The citizens of Denmar today celebrated their Constitution Day.
Denmark’s Constitution Day is also called Independence Day in Demark which is celebarted every 5th of June. It is a national holiday as well.
The special day commemorates the anniversary of the signing of the constitution of 1849, making Denmark a constitutional monarchy and the constitution of 1953.
Denmark celebrates its Independence Day through a public holiday where families are free to spend this day with each other. June 5 is also Father’s Day in Denmark!
In Danish, Constitution Day is called “Grundlovsdag.”
US Secretary of State Hillary Rodham Clinton today sent her wishes to the people of Denmark as they celebrate this special day.
At DC, Ms. Clinton stressed the United States and Denmark share a deep and enduring partnership.
She cites that just this week, Ms. Clinton had the chance to experience firsthand the hospitality and warmth of the Danish people, and reaffirmed US commitment to solving a wide range of challenges.
Both countries is working to combat climate change, promote green energy and support lasting peace and stability throughout the Middle East and North Africa.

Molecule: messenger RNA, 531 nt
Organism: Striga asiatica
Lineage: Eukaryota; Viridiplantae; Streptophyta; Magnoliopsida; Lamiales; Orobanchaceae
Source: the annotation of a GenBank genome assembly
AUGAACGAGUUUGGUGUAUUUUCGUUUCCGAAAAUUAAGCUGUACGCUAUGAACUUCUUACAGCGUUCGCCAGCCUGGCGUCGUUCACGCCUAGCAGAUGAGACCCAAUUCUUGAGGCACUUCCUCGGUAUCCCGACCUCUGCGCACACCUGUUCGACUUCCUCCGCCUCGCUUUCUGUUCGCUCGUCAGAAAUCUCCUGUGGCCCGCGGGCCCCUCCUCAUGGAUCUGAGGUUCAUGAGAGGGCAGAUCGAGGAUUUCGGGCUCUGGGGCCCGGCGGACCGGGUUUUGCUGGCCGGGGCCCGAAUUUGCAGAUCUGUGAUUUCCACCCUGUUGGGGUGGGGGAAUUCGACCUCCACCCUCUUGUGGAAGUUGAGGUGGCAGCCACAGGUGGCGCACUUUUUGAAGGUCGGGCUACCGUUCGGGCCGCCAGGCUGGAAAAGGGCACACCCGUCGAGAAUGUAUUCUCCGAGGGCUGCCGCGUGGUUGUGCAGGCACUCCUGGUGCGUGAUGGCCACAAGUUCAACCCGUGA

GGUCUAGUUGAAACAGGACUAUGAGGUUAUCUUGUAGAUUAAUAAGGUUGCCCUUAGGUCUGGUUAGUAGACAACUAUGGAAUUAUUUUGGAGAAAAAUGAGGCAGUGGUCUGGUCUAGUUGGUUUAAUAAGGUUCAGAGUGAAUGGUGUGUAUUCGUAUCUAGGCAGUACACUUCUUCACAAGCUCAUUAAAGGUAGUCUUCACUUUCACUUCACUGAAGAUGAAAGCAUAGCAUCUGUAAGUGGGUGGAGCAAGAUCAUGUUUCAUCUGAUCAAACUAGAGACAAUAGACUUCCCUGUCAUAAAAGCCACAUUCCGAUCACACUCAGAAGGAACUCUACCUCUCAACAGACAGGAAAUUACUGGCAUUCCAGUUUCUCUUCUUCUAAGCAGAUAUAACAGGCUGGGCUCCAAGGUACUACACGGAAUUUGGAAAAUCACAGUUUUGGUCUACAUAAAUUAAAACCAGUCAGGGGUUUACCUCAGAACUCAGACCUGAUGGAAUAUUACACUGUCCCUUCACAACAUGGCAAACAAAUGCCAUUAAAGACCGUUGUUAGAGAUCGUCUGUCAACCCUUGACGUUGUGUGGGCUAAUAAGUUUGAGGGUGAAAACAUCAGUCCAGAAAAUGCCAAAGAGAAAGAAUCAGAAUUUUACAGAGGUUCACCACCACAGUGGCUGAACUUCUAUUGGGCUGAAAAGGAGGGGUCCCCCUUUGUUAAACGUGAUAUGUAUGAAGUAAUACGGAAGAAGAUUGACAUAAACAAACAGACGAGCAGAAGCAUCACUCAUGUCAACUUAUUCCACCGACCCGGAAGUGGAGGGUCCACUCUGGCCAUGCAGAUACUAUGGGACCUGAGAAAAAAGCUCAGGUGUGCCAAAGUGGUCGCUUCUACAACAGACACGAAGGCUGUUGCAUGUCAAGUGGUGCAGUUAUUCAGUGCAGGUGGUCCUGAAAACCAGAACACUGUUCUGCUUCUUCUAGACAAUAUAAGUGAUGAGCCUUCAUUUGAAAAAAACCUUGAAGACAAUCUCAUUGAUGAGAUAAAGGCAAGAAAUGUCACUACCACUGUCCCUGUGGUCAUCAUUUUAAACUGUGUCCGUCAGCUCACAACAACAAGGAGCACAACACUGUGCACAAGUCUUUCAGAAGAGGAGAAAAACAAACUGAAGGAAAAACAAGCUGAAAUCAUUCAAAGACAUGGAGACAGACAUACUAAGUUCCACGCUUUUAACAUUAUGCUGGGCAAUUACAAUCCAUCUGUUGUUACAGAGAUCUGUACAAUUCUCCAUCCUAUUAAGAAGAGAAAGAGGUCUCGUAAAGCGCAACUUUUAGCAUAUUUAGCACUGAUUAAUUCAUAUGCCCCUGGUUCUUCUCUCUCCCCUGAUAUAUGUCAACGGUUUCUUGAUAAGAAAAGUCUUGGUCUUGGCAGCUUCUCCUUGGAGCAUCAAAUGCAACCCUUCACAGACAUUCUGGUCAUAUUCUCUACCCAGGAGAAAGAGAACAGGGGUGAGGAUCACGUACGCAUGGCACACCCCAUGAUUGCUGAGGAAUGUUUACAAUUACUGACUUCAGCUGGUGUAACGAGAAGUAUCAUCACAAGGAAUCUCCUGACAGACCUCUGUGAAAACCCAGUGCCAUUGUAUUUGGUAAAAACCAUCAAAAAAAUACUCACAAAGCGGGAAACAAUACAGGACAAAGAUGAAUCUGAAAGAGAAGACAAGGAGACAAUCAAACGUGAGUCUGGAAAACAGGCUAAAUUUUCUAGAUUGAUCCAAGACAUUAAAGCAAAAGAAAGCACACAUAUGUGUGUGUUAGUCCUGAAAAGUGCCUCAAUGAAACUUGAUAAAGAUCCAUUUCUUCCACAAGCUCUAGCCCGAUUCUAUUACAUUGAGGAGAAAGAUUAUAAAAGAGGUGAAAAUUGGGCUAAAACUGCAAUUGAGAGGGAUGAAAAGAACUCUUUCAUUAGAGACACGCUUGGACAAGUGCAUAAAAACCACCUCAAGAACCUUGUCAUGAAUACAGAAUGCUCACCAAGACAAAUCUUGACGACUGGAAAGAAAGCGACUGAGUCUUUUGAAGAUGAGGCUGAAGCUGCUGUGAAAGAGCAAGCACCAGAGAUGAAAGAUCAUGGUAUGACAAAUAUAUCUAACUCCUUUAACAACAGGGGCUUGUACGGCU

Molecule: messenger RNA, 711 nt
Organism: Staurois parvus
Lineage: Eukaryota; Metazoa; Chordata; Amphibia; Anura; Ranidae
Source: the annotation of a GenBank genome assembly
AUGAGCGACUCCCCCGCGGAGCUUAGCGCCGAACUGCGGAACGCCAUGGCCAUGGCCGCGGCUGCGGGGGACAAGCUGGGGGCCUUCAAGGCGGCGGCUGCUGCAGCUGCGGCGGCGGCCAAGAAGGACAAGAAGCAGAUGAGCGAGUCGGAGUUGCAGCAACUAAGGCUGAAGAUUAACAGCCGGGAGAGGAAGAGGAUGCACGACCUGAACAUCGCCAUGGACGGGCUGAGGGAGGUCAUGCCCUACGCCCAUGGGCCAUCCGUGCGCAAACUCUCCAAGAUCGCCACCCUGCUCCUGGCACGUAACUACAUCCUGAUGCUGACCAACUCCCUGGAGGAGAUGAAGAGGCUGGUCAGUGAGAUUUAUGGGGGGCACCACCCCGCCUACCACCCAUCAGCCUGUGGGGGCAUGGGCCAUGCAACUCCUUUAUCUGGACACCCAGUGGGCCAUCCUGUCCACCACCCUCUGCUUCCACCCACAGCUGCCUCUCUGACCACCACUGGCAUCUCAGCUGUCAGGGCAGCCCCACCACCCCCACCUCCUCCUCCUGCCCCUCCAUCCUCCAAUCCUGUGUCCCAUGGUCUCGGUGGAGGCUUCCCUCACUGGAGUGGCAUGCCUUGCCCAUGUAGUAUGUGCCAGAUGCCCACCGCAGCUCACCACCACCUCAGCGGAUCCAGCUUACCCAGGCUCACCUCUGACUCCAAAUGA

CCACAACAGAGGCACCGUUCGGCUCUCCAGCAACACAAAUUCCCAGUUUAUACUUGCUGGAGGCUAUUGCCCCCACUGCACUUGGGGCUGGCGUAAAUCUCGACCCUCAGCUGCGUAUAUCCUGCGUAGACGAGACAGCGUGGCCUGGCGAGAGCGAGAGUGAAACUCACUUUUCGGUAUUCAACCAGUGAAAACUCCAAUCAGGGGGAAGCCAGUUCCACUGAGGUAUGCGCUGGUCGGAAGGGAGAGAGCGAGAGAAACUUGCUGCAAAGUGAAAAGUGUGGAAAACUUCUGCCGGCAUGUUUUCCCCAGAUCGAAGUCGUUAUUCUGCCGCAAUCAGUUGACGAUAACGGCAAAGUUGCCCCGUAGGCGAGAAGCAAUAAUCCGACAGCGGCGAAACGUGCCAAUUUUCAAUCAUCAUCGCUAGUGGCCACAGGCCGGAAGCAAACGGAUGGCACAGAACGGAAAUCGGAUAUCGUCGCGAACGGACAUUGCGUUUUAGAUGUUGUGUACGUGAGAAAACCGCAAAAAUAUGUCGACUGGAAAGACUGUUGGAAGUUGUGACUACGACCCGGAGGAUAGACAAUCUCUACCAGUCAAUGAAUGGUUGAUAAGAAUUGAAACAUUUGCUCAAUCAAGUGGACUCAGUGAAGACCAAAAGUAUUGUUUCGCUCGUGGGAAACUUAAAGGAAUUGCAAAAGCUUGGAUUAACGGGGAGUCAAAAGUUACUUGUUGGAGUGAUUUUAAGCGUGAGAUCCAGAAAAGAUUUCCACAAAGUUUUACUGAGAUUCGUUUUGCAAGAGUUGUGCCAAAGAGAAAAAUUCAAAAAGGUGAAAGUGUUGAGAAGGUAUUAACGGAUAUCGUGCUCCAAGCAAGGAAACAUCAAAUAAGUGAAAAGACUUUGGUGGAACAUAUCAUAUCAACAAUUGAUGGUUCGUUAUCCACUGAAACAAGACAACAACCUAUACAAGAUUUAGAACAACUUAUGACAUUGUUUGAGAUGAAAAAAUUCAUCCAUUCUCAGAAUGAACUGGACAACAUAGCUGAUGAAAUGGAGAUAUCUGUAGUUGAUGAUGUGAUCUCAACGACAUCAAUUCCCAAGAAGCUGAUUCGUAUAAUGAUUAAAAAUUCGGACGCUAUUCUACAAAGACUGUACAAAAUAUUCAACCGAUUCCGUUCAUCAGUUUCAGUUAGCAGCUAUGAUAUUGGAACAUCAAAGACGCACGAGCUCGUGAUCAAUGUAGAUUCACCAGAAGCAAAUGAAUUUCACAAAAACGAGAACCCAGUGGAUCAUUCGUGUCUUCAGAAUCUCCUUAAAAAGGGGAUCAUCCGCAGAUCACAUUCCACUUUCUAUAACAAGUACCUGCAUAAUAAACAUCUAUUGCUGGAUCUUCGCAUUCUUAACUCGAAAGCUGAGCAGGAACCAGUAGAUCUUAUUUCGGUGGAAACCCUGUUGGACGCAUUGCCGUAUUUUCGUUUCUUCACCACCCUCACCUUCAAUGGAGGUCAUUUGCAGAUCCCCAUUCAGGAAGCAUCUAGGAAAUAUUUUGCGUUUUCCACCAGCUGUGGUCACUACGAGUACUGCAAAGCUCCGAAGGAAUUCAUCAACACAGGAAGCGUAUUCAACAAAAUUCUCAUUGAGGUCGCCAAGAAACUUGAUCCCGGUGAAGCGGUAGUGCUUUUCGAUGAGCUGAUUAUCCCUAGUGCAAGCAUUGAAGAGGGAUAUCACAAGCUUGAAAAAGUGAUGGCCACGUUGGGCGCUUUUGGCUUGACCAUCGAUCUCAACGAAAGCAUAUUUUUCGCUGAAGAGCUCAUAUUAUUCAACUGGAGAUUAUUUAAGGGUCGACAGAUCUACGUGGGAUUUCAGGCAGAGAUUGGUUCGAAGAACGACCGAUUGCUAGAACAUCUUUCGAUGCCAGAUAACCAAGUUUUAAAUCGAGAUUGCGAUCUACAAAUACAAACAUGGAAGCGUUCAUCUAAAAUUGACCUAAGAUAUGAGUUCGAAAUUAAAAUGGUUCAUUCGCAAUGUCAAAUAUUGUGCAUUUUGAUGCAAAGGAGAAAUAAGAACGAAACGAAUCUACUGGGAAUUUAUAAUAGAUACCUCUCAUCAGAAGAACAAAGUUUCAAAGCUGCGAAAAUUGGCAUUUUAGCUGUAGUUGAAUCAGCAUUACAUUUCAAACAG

The United States is grateful for Denmark’s global leadership as we continue to tackle the challenges of the 21st century.
US-Denmark relationship is a testament to the common values their citizens share and to the mutual interests that unite them, Ms. Clinton noted.
“As you celebrate this special day, know that the people of United States stand with you as friends and partners.” -Ms. Clinton
On July 2010, US and Denmark launched a joint initiative aimed at improving women’s access to justice in Helmand Province. The joint U.S.-Danish initiative targets three priority areas: women’s right to justice, strengthening rule of law in the area, and strengthening civil society at the provincial level.
Improving access to justice is key to the stabilization of Helmand Province. In order to reach the goal of gradually transferring responsibility to Afghan authorities, the justice sector must be developed and its capacity increased. Socio-economic development in Helmand is only possible if the population trusts in the formal justice system and government authorities.
Current major challenges within the justice sector include basic access to institutions, procedural delays, corruption, and a lack of quality in decision making processes and court rulings. These problems affect all citizens, but the barriers are overwhelming for the women of Helmand Province.
With this initiative, the United States and Denmark have more actively and effectively supported Afghan government and civil society partners who are committed to improving justice for the women of Helmand.